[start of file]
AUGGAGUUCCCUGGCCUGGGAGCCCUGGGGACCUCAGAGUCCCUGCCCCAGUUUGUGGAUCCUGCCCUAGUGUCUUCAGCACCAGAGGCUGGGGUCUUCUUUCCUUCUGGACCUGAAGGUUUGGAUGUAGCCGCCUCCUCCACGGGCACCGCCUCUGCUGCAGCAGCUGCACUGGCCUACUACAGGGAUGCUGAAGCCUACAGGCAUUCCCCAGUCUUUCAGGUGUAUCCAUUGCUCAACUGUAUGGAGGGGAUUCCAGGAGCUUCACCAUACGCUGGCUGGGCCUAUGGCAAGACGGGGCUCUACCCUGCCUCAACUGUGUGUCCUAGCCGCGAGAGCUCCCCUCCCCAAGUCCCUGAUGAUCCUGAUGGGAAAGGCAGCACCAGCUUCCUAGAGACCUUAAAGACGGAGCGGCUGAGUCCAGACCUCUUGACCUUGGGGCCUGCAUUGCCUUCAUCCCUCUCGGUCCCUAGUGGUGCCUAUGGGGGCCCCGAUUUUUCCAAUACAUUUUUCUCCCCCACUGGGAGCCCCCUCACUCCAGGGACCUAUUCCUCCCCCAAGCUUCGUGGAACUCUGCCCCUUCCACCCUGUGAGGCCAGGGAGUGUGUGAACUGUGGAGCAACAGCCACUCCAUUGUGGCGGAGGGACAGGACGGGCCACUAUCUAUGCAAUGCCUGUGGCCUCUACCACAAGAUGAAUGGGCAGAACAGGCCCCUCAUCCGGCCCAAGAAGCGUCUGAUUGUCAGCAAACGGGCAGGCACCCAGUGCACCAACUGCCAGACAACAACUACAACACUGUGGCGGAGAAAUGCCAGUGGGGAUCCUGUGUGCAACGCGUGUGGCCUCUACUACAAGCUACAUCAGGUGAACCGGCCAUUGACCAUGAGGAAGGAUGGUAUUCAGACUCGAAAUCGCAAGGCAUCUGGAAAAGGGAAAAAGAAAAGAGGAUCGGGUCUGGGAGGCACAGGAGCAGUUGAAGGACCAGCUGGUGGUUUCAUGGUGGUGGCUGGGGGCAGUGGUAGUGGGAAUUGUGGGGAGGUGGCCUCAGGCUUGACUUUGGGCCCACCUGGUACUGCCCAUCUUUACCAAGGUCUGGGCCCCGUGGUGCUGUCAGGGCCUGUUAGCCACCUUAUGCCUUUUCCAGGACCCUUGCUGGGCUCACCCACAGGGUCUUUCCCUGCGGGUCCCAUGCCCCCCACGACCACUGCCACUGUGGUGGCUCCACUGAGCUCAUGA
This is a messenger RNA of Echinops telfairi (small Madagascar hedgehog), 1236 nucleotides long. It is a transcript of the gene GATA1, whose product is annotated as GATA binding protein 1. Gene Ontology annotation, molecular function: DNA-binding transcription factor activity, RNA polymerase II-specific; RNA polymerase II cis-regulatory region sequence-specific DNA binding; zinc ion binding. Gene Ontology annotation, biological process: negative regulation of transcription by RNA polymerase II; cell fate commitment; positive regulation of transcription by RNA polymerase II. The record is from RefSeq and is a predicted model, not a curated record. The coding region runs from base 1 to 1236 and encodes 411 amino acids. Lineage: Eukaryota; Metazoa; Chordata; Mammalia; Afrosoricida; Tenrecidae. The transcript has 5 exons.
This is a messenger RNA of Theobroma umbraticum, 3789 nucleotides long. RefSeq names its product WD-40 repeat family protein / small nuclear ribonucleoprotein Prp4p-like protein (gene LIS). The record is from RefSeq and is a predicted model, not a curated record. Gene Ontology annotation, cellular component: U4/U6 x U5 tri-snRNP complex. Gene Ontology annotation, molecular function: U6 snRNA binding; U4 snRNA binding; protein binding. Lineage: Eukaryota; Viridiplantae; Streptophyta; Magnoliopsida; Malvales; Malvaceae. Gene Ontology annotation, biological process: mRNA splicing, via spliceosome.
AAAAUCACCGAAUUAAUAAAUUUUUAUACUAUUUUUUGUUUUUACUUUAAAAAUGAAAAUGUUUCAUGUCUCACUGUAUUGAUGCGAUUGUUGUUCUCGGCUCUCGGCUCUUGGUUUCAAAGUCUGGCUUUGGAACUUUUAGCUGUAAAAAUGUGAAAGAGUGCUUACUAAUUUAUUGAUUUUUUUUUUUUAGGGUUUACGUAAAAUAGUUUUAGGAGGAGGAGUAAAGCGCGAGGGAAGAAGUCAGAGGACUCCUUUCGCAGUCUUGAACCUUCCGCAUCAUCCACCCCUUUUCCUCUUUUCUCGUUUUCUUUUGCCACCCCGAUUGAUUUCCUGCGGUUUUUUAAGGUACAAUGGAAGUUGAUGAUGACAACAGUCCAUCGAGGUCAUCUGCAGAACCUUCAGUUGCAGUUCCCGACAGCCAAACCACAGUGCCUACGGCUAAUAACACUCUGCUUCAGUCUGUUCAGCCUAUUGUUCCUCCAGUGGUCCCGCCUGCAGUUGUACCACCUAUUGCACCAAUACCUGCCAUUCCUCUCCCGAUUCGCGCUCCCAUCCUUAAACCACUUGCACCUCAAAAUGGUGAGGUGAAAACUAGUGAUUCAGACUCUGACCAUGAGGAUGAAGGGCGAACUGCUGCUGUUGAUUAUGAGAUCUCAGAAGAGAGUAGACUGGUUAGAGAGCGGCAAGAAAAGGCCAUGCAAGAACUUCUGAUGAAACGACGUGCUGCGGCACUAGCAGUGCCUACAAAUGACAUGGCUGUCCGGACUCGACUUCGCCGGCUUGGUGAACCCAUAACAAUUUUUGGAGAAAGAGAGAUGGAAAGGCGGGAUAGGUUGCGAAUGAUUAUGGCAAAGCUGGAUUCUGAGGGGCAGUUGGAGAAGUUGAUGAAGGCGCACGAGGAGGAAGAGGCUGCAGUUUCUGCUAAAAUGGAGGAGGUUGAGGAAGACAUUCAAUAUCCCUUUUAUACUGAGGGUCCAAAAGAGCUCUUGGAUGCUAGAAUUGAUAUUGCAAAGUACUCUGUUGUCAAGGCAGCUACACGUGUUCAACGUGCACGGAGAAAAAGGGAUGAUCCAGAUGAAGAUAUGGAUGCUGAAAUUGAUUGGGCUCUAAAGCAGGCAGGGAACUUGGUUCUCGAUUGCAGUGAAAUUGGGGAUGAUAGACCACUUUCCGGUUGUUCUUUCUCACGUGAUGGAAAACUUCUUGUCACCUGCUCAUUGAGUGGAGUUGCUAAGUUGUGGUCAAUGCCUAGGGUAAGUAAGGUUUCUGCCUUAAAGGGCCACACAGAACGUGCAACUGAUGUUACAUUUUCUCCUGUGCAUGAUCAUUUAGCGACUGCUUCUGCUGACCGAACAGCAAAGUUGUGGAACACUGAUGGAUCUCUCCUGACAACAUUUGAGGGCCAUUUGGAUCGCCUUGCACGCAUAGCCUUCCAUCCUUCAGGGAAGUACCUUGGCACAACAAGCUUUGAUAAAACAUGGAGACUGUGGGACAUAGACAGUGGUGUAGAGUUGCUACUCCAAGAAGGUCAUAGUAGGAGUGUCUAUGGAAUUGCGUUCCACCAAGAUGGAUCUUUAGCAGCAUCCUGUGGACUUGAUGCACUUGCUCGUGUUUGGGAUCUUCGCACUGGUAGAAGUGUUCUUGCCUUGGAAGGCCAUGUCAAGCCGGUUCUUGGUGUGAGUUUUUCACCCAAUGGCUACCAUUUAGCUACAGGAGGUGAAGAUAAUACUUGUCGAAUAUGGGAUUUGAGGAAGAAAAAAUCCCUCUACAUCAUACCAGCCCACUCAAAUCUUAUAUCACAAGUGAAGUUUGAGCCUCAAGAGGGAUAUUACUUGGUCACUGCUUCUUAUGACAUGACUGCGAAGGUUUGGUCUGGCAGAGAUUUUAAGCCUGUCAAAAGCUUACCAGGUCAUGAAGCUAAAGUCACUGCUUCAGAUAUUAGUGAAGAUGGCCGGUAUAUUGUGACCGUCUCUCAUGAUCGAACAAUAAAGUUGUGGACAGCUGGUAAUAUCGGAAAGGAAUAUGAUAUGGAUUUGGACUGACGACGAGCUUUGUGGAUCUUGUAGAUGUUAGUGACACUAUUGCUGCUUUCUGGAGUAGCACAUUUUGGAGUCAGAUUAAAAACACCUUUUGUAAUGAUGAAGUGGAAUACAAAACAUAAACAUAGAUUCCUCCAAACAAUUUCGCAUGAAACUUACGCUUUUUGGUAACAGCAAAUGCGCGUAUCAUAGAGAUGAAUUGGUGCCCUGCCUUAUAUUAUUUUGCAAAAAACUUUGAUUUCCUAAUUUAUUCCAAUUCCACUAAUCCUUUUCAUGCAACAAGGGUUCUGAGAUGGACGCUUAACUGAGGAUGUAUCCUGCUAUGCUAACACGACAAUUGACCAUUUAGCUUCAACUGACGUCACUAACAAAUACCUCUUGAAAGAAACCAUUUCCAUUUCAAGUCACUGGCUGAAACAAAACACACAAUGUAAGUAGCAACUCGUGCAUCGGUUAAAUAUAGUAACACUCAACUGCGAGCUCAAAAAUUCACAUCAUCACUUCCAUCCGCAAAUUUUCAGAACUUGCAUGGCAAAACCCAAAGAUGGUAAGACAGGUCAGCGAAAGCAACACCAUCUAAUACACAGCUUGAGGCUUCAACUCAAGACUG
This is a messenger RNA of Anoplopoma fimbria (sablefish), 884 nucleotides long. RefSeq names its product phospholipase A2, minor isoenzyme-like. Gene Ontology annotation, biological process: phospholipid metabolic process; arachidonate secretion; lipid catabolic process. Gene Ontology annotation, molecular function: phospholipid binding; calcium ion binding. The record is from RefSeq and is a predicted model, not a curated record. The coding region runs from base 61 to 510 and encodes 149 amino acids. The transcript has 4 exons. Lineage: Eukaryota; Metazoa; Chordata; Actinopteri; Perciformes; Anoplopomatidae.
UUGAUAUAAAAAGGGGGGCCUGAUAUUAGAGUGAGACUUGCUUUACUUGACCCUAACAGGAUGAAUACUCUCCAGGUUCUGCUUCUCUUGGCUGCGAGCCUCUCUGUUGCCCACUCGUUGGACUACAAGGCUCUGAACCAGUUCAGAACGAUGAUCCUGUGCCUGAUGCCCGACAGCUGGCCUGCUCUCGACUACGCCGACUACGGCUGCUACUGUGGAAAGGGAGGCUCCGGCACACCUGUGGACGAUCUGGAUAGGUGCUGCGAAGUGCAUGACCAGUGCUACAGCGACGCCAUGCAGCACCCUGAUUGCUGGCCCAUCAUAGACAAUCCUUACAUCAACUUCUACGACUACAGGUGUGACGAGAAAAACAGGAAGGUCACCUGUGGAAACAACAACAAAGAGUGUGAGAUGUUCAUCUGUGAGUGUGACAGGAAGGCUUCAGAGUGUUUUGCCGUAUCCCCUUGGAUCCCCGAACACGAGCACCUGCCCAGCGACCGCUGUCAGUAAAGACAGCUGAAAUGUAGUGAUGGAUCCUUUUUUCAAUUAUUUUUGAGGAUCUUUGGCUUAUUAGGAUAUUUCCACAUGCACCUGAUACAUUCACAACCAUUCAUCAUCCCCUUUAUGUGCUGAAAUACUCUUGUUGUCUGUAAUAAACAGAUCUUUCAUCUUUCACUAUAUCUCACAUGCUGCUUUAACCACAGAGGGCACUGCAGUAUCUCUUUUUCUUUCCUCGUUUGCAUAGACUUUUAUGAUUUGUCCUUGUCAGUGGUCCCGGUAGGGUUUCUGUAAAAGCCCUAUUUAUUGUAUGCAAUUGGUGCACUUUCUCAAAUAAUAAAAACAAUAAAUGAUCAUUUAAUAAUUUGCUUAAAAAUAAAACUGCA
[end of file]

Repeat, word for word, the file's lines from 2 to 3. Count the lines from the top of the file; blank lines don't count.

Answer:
This is a messenger RNA of Echinops telfairi (small Madagascar hedgehog), 1236 nucleotides long. It is a transcript of the gene GATA1, whose product is annotated as GATA binding protein 1. Gene Ontology annotation, molecular function: DNA-binding transcription factor activity, RNA polymerase II-specific; RNA polymerase II cis-regulatory region sequence-specific DNA binding; zinc ion binding. Gene Ontology annotation, biological process: negative regulation of transcription by RNA polymerase II; cell fate commitment; positive regulation of transcription by RNA polymerase II. The record is from RefSeq and is a predicted model, not a curated record. The coding region runs from base 1 to 1236 and encodes 411 amino acids. Lineage: Eukaryota; Metazoa; Chordata; Mammalia; Afrosoricida; Tenrecidae. The transcript has 5 exons.
This is a messenger RNA of Theobroma umbraticum, 3789 nucleotides long. RefSeq names its product WD-40 repeat family protein / small nuclear ribonucleoprotein Prp4p-like protein (gene LIS). The record is from RefSeq and is a predicted model, not a curated record. Gene Ontology annotation, cellular component: U4/U6 x U5 tri-snRNP complex. Gene Ontology annotation, molecular function: U6 snRNA binding; U4 snRNA binding; protein binding. Lineage: Eukaryota; Viridiplantae; Streptophyta; Magnoliopsida; Malvales; Malvaceae. Gene Ontology annotation, biological process: mRNA splicing, via spliceosome.